Our observations are based on few native clones and we need to confirm these morphological differences by examining different genotypes in the field and by growing them under standardized conditions in a common garden. We are currently developing a standardized data record sheet (available by the end of March at http://www.invasiveplants.net). We are unable to visit sites across North America ourselves and depend on your help to refine our ability to use easily visible field characteristics to identify native and introduced genotypes. We are particularly interested in:
We are currently developing standardized sampling protocols. These protocols will be posted on the web and we hope that many of you will be able to contribute to this important work. For immediate questions, to obtain instructions for collections or advice please contact firstname.lastname@example.org .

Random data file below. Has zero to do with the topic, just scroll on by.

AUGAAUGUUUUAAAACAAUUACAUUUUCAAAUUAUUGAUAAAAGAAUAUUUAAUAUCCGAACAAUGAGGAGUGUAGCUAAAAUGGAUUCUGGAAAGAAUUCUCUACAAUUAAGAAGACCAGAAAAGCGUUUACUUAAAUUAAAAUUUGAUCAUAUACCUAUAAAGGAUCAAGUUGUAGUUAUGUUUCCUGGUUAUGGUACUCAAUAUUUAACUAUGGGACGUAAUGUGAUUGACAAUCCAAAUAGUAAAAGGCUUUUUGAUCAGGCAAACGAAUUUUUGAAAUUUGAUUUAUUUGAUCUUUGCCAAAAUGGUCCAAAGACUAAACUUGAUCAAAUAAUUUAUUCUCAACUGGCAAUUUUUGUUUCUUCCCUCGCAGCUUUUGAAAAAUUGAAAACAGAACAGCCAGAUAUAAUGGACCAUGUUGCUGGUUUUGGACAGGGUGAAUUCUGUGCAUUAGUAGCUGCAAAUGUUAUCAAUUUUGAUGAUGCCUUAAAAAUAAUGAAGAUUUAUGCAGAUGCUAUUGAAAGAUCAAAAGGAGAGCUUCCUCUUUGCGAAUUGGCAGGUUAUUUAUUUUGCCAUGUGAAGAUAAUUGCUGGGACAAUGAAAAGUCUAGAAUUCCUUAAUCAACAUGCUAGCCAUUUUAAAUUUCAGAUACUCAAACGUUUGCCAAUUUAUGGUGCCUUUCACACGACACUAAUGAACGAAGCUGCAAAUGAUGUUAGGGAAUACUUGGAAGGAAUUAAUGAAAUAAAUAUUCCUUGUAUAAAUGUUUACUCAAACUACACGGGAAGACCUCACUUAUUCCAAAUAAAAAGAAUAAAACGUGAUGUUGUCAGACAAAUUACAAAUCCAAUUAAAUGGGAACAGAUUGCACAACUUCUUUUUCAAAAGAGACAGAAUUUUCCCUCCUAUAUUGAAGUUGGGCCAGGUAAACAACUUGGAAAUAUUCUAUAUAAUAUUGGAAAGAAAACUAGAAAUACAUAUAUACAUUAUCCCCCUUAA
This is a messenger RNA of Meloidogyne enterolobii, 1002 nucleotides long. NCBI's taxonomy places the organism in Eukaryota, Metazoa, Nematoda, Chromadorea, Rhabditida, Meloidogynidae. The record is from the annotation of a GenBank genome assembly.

The work outlined above is a collaboration of the Biological Control of Non-Indigenous Plant Species Program at Cornell University, Kristin Saltonstall at Yale University, and the University of Rhode Island. For further information or updates please visit: http://www.invasiveplants.net/
An extraordinary conifer has been recently discovered in northern Vietnam, identified as new to science by Aljos Farjon, Kew's conifer specialist. The new species, a "missing link" between true cypresses (Cupressus) and the false cypresses (Chamaecyparis) was found in a remote area of northern Vietnam in ridge-top forest of extraordinary biodiversity. This is a remnant of a once-extensive forested region which covered much of eastern Asia and extended to North America. Only fragments of the forests now remain and the new conifer is one of the relict species left after the last Ice Age.